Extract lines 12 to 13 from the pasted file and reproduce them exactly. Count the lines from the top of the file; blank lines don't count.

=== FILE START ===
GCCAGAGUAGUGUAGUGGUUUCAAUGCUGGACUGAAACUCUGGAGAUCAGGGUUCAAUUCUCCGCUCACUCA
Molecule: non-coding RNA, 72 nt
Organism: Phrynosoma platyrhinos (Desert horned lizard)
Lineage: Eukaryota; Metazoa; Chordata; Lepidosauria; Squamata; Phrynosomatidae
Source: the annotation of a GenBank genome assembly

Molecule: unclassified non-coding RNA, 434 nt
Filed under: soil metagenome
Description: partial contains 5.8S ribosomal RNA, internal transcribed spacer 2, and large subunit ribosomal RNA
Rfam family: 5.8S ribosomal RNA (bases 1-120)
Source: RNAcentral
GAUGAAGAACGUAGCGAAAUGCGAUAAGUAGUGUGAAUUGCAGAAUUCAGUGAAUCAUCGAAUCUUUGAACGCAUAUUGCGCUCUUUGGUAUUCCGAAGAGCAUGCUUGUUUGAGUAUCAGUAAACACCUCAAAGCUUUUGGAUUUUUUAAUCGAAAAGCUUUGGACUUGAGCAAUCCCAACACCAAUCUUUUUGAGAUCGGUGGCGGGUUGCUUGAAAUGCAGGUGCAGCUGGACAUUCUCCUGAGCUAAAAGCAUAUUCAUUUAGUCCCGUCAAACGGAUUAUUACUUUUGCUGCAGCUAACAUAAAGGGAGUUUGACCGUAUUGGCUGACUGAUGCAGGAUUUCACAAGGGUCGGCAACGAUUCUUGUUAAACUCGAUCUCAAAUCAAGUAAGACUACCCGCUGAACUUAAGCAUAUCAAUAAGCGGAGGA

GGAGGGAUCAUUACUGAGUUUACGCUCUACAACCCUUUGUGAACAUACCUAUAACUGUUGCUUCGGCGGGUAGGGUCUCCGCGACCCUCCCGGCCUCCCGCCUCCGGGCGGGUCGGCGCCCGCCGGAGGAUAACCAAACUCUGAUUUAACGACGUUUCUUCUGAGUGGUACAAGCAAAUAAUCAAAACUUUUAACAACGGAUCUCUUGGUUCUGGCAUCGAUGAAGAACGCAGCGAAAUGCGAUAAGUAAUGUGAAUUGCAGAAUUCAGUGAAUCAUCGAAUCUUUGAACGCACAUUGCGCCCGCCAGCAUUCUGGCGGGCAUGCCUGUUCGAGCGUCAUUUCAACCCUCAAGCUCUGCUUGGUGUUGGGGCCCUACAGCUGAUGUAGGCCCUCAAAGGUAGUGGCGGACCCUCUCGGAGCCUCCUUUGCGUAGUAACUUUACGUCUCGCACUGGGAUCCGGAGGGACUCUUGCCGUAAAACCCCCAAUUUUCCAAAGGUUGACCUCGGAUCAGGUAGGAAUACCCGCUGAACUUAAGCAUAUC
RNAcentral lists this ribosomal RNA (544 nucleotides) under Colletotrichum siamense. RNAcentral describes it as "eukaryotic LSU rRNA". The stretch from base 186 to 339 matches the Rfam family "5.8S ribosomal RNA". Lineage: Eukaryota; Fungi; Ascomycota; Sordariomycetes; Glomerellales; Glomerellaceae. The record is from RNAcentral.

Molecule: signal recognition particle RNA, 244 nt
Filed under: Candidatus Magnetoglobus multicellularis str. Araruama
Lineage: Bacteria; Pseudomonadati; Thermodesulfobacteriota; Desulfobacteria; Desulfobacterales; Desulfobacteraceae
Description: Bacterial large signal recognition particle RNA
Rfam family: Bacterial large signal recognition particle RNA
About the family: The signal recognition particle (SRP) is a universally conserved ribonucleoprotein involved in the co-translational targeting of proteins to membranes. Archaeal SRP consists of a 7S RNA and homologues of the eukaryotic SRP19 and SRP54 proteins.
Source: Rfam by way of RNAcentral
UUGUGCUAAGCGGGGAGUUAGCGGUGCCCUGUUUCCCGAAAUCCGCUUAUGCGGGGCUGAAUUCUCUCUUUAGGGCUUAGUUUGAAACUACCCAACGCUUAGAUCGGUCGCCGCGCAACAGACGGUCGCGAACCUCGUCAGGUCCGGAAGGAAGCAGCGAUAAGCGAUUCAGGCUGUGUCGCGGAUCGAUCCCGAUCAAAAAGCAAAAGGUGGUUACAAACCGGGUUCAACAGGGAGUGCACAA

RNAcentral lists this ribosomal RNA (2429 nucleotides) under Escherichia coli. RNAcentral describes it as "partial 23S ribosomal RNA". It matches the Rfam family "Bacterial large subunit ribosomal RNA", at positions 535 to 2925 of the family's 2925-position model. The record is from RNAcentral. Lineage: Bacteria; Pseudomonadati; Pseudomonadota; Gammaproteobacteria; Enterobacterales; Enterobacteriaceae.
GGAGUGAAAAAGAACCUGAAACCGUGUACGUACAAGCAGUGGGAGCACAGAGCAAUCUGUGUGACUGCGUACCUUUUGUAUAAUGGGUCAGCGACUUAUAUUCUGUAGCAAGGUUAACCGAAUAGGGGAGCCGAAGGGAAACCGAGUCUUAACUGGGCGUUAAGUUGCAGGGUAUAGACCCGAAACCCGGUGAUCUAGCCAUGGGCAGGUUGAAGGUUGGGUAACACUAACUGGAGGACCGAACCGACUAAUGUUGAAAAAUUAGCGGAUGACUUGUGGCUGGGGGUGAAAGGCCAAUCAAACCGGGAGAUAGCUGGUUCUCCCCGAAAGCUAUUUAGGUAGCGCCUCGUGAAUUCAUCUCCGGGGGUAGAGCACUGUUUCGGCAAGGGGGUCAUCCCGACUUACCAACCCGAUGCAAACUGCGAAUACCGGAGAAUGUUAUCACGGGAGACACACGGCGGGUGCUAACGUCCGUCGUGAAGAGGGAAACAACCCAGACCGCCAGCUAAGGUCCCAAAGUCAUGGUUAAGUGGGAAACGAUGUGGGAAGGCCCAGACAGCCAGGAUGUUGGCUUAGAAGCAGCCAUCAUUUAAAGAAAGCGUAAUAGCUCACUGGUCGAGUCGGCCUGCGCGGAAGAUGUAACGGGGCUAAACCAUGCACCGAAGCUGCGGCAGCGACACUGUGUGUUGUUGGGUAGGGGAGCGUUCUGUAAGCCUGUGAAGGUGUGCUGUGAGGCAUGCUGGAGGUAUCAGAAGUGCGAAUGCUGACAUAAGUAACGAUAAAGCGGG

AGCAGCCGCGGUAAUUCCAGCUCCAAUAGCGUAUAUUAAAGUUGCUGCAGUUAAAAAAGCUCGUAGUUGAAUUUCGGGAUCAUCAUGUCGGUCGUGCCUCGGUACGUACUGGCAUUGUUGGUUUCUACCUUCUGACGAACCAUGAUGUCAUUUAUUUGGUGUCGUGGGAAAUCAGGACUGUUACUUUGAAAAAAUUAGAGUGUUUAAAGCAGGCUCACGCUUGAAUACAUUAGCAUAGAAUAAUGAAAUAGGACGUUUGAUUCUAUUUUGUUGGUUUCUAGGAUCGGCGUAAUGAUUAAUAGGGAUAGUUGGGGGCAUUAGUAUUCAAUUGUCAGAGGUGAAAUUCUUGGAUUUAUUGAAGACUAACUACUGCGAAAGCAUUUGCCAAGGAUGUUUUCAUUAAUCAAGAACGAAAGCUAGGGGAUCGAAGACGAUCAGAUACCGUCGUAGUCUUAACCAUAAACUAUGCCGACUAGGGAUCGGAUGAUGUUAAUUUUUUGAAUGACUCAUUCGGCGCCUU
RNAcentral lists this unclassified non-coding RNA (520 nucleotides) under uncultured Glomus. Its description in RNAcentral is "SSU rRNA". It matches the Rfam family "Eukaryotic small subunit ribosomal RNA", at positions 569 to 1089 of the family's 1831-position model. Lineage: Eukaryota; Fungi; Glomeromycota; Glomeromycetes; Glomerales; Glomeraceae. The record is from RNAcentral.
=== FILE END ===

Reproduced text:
GGAGGGAUCAUUACUGAGUUUACGCUCUACAACCCUUUGUGAACAUACCUAUAACUGUUGCUUCGGCGGGUAGGGUCUCCGCGACCCUCCCGGCCUCCCGCCUCCGGGCGGGUCGGCGCCCGCCGGAGGAUAACCAAACUCUGAUUUAACGACGUUUCUUCUGAGUGGUACAAGCAAAUAAUCAAAACUUUUAACAACGGAUCUCUUGGUUCUGGCAUCGAUGAAGAACGCAGCGAAAUGCGAUAAGUAAUGUGAAUUGCAGAAUUCAGUGAAUCAUCGAAUCUUUGAACGCACAUUGCGCCCGCCAGCAUUCUGGCGGGCAUGCCUGUUCGAGCGUCAUUUCAACCCUCAAGCUCUGCUUGGUGUUGGGGCCCUACAGCUGAUGUAGGCCCUCAAAGGUAGUGGCGGACCCUCUCGGAGCCUCCUUUGCGUAGUAACUUUACGUCUCGCACUGGGAUCCGGAGGGACUCUUGCCGUAAAACCCCCAAUUUUCCAAAGGUUGACCUCGGAUCAGGUAGGAAUACCCGCUGAACUUAAGCAUAUC
RNAcentral lists this ribosomal RNA (544 nucleotides) under Colletotrichum siamense. RNAcentral describes it as "eukaryotic LSU rRNA". The stretch from base 186 to 339 matches the Rfam family "5.8S ribosomal RNA". Lineage: Eukaryota; Fungi; Ascomycota; Sordariomycetes; Glomerellales; Glomerellaceae. The record is from RNAcentral.